To start the festivities, I’d like to announce that I am putting together a book proposal for what would basically be a book version of this blog. I will be shopping this around to various publishers. If there’s anybody out there in the publishing industry, or with connections to such that would be interested in seeing the proposal, please contact me!

As time goes on, I’ll be sharing more about this project. I welcome your thoughts or comments. For those kind folks who comment and send email helping to develop this critical analysis of Cole’s art, I will happily include your name in the acknowledgements section of the book.

I also would like to announce that a new FUZZY one-pager, from Modern Comics #78 (Oct. 1948) has been discovered and posted in the article previously written about this series.

Now, for the treat promised for this posting!

In honor of the occasion, I thought we’d begin to look at the last work Jack Cole did on PLASTIC MAN. I have a very special story to share with you in this post – one of my favorites in the entire Plastic Man series.

The popular and ground-breaking Plastic Man Archives reprint series seems to have stalled out at Police Comics #77. It’s been three years since the last volume. In the last 25 or so issues of Police Comics that featured Plastic Man stories, there are about 15 stories that Jack Cole wrote, penciled, and in a few cases, also inked. There are also several Cole stories in the last original issues of Plastic Man during the same period.

These stories are intensely strange and filled with amazing graphic storytelling innovations. As time goes on, we’ll look at several of these heretofore unseen gems.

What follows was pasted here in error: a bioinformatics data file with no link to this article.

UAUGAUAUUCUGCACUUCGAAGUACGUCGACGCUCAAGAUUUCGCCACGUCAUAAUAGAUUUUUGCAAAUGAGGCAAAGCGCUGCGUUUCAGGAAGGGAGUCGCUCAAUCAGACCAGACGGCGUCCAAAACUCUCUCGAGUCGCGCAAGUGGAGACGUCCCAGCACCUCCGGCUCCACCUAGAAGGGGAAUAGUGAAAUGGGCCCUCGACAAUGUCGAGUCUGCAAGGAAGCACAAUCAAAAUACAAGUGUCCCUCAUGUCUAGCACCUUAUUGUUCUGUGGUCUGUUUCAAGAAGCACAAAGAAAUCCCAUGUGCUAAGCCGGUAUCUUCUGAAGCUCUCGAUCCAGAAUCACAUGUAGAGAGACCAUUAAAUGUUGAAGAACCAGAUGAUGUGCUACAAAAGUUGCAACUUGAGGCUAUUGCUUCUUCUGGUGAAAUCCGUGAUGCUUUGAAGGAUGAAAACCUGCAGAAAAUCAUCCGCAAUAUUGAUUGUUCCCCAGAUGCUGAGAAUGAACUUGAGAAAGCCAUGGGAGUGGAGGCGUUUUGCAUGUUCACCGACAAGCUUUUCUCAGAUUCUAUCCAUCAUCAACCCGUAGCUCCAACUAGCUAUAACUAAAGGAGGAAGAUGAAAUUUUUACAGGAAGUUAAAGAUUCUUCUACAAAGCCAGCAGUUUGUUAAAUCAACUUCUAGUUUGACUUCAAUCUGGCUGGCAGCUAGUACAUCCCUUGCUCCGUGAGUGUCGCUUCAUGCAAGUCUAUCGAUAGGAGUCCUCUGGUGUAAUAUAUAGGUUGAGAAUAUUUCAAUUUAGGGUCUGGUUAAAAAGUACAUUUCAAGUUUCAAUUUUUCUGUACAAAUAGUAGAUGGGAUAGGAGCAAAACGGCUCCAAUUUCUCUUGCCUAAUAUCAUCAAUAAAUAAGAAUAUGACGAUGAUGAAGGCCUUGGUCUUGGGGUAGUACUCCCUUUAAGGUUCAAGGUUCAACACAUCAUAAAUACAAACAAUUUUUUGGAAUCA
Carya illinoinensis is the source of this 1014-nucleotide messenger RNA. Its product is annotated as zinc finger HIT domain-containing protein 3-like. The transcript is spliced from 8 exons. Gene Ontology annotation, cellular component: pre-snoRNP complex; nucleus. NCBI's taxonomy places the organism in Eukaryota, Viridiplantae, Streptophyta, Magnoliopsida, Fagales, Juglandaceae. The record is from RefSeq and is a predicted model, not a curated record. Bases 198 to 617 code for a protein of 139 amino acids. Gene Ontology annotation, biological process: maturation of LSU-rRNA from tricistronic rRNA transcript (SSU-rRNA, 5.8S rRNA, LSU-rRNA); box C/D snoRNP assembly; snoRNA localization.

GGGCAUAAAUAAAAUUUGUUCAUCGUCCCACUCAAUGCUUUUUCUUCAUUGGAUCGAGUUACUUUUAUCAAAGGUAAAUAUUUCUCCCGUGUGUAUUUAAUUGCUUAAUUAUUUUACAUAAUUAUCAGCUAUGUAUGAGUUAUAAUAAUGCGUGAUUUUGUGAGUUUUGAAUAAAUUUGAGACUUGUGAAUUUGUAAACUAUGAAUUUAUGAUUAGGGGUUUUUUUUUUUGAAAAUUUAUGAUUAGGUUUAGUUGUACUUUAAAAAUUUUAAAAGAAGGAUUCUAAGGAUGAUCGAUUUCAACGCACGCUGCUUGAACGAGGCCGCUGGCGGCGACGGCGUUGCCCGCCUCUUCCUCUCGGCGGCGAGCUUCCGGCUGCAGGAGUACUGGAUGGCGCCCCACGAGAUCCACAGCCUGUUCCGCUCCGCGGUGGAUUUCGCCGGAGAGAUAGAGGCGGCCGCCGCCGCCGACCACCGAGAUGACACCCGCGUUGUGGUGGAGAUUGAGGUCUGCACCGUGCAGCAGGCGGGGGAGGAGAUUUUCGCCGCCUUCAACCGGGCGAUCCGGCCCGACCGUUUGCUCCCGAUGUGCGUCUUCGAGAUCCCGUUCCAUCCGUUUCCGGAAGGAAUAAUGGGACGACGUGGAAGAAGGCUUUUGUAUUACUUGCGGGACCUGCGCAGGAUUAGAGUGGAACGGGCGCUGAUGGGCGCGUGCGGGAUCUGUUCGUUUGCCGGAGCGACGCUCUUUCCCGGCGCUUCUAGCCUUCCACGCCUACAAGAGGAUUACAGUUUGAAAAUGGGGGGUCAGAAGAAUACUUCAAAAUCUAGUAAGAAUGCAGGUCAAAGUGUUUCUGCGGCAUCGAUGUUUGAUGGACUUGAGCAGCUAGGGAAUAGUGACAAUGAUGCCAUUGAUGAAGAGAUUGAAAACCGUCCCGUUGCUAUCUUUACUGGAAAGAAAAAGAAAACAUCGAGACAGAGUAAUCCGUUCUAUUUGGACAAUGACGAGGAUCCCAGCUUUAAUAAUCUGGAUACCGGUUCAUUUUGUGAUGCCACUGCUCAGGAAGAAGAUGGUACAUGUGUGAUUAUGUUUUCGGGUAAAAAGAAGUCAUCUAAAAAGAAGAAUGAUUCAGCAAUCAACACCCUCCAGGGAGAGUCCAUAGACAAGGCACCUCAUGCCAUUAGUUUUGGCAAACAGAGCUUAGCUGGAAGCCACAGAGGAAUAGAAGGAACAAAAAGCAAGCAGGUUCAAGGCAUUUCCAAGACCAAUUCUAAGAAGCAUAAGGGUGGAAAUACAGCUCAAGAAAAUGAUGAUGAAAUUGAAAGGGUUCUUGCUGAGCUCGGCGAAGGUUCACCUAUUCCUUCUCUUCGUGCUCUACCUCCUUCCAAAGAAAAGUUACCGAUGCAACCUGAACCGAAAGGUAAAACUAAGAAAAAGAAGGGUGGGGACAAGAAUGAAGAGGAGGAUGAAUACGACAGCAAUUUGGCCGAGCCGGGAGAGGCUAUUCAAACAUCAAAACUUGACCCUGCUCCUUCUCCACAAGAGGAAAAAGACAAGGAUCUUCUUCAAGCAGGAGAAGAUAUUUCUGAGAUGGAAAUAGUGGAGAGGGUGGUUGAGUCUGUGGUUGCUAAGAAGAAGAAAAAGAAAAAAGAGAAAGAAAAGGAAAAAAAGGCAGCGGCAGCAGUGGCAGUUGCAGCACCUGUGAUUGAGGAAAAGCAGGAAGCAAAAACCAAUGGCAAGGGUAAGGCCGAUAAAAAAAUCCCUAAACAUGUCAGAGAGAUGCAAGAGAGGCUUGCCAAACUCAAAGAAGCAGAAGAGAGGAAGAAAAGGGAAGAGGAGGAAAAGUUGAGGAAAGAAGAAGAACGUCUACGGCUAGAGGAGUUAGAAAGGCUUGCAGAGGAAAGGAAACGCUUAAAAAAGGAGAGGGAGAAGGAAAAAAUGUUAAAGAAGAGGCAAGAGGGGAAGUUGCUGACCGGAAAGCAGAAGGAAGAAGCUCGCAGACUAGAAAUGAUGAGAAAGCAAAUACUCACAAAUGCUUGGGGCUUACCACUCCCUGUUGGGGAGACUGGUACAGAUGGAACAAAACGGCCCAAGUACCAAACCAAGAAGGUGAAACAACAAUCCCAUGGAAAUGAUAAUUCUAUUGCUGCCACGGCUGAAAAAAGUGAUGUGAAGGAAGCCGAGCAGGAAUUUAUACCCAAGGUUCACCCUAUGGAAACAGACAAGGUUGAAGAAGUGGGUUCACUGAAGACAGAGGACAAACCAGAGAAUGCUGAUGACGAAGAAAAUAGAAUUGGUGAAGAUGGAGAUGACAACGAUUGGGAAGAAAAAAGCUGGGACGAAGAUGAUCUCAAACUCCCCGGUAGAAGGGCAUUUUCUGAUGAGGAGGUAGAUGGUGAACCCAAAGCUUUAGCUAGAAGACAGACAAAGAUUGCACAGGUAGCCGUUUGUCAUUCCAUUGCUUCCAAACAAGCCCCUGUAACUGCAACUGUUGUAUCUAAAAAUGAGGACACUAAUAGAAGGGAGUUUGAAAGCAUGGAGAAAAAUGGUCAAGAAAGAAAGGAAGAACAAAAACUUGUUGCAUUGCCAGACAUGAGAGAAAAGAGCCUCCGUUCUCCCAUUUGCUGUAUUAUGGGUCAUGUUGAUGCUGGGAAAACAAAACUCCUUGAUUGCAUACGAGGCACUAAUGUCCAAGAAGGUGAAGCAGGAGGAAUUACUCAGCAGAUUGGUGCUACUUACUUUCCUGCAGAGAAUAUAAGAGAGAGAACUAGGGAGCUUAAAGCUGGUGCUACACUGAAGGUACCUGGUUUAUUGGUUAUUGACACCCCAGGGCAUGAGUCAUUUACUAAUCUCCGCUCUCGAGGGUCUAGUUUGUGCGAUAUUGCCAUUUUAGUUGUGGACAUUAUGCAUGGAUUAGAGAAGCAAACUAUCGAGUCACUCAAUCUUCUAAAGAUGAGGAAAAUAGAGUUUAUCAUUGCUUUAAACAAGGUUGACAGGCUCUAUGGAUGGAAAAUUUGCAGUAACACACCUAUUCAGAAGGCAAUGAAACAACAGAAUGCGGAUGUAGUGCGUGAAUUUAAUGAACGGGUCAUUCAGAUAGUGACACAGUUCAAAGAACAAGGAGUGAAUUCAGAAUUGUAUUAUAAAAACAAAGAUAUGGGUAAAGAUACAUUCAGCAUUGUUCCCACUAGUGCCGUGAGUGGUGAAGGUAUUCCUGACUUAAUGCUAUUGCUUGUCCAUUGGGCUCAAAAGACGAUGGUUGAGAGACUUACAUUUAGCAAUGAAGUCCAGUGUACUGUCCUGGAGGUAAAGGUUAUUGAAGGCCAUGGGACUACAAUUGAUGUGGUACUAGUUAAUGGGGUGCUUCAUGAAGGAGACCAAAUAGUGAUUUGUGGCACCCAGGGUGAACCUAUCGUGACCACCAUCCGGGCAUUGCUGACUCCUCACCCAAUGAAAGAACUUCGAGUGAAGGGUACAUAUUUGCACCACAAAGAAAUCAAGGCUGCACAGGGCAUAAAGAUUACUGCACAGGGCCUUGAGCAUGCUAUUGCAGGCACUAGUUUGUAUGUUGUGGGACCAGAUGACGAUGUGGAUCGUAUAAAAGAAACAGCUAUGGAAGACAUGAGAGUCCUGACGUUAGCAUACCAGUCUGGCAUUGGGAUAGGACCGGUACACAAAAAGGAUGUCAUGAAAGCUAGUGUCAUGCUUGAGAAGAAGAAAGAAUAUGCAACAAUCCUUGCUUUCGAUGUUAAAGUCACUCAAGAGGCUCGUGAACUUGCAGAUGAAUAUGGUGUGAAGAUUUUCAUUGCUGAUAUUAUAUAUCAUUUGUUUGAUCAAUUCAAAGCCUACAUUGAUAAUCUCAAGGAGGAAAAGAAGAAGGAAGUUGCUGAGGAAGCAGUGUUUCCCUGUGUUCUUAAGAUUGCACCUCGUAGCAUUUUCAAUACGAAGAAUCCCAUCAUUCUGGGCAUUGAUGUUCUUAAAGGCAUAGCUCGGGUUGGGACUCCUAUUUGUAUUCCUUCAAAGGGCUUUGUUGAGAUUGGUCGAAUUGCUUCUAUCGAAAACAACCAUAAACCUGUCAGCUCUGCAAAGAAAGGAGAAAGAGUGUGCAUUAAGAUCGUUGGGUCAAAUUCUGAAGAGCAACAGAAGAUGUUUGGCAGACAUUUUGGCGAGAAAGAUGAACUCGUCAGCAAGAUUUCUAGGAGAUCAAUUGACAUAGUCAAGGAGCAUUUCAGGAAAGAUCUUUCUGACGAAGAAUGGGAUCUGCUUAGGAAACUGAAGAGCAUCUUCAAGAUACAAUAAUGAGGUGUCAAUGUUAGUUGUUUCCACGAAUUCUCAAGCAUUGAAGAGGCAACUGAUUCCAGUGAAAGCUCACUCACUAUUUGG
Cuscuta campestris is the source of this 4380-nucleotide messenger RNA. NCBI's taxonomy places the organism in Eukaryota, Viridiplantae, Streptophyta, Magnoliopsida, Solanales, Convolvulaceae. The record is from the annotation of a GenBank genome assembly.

Police Comics #78 featured one of the strangest stories Jack Cole ever made… and that’s saying a lot! “The Dictator of Dreams” is a story that Jack Cole wrote and penciled. It was inked by someone else. In his 1986 book, Focus on Jack Cole, Ron Goulart suggested that perhaps the inker on this story was Alex Kotzky.

In early 1946, other artists began to work on the enormously popular PLASTIC MAN Series. It has been written that when he was told that it would be necessary to bring other artists into his creation, Jack Cole wept.

Like most artists working in early comics, Jack Cole did not legally own his creation. His publisher destroyed his pages of original art, and when it became profitable to do so, hired other writers and artists to create Plastic Man stories.

This sad situation may have contributed to Jack Cole’s decision to leave the comic book industry and later refer to it in very negative, dismissive terms.

Seen from this perspective, Cole’s career divides into two phases. The first is a heady period of expansion and excitement covering 1938 to 1945, in which Cole did everything on most of his stories in this period, writing, drawing, inking, lettering, and even probably coloring. The second phase, from 1946- 1953, is characterized by stretches of diluted, compromised work shot through with flashes of startling brilliance and mature artistic vision.

For the last half of his 16 year career in comics, Jack Cole was forced on a regular basis to dilute his work by allowing others in. This may also explain why he worked on several obscure short filler features in the pages of Quality comics, in which he was allowed to reign again as the sole creator for brief periods.

On the rare occasions in this second phase when a story is 100% Cole, it is usually a highly dense, compressed bouillon cube of creativity.